“When you’re with someone two hours a day, with your face 10 inches from his, you see the curve of the jaw, the thickness of a lip, the chronic crease of a brow, you can see their strength, their weakness, their vulnerability — all of it,” said Schnabel. But one of Versace’s chief characteristics was his generosity, especially toward his family.
“He saw a steel bed I had made, and he wanted one, painted blue,” said Schnabel. “But I painted it gold, because it was a bed for a king. Then he wanted five beds, he wanted beds for everyone, he wanted beds for each house. He wanted everyone in his family to share in his pleasure. He wanted portraits of everyone, he wanted Donatella as Medusa. He sent everyone to the studio.”
“He made me promise: If things he did ever felt old or out of touch, to tell him,” said Sozzani. “But to tell Gianni Versace that he had lost touch would be tantamount to starting the Third World War. And it was never necessary.”
Guests at the service received a black-bound book of essays about Versace by friends ranging from Woody Allen to Elizabeth Taylor.
“My funniest [memory] is remembering him jumping up and down with glee and dragging me over to a TV set when once, on the same news flash, it was announced that I’d renounced the world and gone into a convent, and he, Gianni Versace, was dead. I suppose that’s a little ironic now,” wrote Elizabeth Hurley.
“I thought he was a natural movie star, and I sought to share his magic with the audience,” wrote Woody Allen, noting that he’d cast Versace in an upcoming movie. “Although I knew him only for a short time, his death affected both Soon-Yi and myself much more deeply than others I’d known longer. As with most true stars, I would like to have directed him, because he would have made me look good.”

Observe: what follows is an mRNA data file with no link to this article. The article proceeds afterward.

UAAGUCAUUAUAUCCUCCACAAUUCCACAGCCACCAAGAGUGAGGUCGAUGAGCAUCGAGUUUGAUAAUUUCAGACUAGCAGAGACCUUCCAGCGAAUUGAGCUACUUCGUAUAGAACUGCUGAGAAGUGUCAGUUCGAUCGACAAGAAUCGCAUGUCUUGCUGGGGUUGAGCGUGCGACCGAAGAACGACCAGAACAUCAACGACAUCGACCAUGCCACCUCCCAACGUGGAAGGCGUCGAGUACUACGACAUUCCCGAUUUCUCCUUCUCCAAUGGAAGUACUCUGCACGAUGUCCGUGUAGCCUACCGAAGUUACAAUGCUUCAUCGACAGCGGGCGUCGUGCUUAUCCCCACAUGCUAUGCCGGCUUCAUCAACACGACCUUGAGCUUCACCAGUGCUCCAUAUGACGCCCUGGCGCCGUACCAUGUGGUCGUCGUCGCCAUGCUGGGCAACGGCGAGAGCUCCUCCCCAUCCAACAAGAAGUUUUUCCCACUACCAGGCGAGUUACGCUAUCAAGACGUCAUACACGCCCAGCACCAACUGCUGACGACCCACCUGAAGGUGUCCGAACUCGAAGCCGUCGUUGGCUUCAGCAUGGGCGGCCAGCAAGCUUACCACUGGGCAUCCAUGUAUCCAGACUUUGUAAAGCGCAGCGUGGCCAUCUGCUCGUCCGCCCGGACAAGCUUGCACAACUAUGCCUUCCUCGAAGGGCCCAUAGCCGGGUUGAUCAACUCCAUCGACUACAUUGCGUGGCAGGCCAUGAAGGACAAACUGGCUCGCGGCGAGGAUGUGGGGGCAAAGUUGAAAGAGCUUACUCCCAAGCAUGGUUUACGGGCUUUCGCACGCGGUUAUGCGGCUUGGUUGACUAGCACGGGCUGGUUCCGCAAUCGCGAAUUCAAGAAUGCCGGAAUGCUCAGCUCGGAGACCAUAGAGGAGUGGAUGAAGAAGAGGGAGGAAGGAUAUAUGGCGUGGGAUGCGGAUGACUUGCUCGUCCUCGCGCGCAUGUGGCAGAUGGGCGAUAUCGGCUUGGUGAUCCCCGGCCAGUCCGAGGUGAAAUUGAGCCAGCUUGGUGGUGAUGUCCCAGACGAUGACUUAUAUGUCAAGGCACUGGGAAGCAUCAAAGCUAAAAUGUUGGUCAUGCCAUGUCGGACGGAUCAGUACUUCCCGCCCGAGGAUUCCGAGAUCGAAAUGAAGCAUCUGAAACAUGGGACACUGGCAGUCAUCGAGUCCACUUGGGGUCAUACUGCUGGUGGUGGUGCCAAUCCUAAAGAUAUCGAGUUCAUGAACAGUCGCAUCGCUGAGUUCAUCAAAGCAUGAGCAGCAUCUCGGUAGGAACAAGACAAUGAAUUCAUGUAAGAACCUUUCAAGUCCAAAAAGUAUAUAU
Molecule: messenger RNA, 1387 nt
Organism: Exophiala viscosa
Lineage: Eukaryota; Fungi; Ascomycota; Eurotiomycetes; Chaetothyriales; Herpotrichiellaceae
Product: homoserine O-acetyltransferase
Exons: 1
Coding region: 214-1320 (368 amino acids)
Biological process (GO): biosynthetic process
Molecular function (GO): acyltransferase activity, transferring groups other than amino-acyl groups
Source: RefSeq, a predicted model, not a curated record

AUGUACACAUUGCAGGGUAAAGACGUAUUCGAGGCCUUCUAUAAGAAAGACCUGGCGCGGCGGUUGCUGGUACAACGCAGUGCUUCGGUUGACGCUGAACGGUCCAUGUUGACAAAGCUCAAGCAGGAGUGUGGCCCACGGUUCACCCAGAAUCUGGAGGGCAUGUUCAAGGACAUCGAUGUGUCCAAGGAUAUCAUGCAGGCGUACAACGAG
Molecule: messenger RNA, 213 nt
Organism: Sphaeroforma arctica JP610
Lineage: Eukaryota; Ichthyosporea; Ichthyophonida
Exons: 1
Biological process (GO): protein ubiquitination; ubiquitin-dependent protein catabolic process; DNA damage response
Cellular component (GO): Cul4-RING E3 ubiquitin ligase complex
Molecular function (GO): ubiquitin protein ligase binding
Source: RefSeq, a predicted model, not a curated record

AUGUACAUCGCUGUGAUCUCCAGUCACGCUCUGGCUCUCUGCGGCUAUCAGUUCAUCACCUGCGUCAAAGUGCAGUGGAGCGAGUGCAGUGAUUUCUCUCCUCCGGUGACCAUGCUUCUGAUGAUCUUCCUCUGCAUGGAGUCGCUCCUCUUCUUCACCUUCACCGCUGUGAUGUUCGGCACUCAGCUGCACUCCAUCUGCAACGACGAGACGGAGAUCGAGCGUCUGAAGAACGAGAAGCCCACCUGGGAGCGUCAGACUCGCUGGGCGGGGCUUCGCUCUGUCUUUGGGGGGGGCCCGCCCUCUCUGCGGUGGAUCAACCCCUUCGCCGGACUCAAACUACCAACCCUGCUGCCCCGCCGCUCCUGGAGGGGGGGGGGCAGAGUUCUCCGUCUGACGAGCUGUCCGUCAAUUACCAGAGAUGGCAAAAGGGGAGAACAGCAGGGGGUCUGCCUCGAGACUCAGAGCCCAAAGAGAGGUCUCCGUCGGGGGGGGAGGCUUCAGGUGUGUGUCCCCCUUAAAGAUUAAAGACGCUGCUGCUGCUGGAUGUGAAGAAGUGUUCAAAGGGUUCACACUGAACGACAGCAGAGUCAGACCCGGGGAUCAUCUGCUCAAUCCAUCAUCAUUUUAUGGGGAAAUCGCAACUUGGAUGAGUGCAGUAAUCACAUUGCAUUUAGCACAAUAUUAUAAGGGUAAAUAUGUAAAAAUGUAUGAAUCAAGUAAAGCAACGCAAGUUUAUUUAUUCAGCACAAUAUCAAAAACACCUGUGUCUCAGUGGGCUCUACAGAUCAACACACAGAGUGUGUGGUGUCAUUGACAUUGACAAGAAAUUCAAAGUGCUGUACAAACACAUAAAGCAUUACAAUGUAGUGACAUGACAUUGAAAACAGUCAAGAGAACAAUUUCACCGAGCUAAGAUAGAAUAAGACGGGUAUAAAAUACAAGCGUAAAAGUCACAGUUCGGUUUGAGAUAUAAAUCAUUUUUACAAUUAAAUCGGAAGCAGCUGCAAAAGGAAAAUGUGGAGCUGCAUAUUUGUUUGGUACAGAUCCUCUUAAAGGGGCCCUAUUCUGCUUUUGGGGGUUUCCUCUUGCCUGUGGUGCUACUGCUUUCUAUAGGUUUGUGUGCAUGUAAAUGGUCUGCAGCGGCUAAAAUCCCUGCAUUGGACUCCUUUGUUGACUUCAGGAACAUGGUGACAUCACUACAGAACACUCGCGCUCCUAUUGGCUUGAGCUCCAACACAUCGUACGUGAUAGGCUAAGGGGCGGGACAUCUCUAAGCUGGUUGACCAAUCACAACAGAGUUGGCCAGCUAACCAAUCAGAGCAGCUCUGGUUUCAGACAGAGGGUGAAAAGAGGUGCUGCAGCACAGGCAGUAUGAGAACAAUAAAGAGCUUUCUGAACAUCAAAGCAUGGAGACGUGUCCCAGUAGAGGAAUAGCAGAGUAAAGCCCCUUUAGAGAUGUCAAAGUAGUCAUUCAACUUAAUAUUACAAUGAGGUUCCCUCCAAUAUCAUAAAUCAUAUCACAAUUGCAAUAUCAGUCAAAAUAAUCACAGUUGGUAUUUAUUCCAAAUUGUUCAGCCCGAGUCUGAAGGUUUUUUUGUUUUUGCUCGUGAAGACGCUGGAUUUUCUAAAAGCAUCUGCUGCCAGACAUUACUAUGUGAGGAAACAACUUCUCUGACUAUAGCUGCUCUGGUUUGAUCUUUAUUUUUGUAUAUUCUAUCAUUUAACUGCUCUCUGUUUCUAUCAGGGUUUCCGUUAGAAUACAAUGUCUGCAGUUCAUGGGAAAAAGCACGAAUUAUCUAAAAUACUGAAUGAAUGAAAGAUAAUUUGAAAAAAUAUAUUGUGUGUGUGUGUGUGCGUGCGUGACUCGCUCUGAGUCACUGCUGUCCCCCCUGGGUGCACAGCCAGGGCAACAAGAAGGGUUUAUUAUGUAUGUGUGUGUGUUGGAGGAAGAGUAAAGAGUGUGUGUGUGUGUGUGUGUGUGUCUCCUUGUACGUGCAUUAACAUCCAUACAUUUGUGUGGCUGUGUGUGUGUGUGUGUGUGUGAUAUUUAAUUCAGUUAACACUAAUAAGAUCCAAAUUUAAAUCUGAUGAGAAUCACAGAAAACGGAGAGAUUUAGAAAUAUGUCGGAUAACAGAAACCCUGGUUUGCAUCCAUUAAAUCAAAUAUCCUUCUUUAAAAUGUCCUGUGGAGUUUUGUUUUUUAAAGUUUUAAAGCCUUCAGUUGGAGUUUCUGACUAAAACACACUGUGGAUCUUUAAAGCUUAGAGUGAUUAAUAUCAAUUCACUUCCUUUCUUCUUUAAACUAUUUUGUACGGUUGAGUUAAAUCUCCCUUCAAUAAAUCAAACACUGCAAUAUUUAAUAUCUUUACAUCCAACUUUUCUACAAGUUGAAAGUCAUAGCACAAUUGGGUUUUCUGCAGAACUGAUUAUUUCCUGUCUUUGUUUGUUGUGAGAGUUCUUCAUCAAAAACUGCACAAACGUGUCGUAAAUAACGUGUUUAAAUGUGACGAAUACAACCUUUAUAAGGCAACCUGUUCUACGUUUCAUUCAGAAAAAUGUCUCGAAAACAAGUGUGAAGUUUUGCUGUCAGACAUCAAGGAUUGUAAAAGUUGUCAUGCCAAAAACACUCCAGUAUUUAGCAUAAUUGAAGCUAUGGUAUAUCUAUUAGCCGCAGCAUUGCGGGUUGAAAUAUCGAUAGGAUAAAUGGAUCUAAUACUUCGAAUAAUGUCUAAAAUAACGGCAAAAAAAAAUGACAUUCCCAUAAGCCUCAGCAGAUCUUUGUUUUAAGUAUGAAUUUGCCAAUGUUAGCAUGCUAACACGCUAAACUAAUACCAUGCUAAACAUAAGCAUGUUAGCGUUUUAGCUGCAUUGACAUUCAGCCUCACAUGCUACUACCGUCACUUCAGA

“He enriched my life and made me feel as vibrant as the colors he used. I loved him,” wrote Elizabeth Taylor.
Each speaker emphasized Versace’s devotion to his family, a powerful connection reaffirmed by his sister’s closing remarks.
“By the time he was calling Santo and myself to be part of his dream, we were already part of it,” Donatella told the crowd. “It wasn’t even an issue whether we would do what he wanted…When you’ve experienced that kind of energy, that kind of belief, that kind of passion, there’s no going for what might have looked like a safe road. Anyway, to me, Gianni was the safe road.
“He did let me do many things that made our mother pale,” she remembered. “By the time I was born, he had assumed his reputation in the family as a rebel. I laugh when I remember the adventures that came with being his little sister. Way back then, he gave me the job as scout. I had to scout out when our parents were coming back, so I could warn him to stop his fun and games. I had to scout out the car keys on the table next to our parents’ bed, so he could go dancing to the latest beats.
“I’d be lying if I didn’t say that often I was jumping in the front seat right beside him, 11 years old, in my brand new yellow patent miniskirt that he’d made for our big nights out. Of course, I’d also be shaking in my black boots at the thought of what would happen if we were caught.
“Each time Gianni would ask me to do what back then seemed like these impossible things, I’d tell him I couldn’t do it, he’d tell me I could, and I did it. He was always the most exciting person I knew, he was always my best friend, and he always included the family in his dreams.
“Family to Gianni meant everything,” Donatella added. “But it was a big family — not just Santo and myself and our children and Antonio, but you, his friends, and all the people around him.
“Even with the people he’d get excited about dressing, famous or not. It had to do with their stories, their inner light — like the one that made Diana, Princess of Wales, shine so bright…He didn’t just admire her, he respected her for doing what mattered, for not being afraid to break the rules, for being the kind of mother she was and for insisting on being human.
“In spite of his giant personality, it was impossible to feel overshadowed by him, because his special art was to shine the light on others.”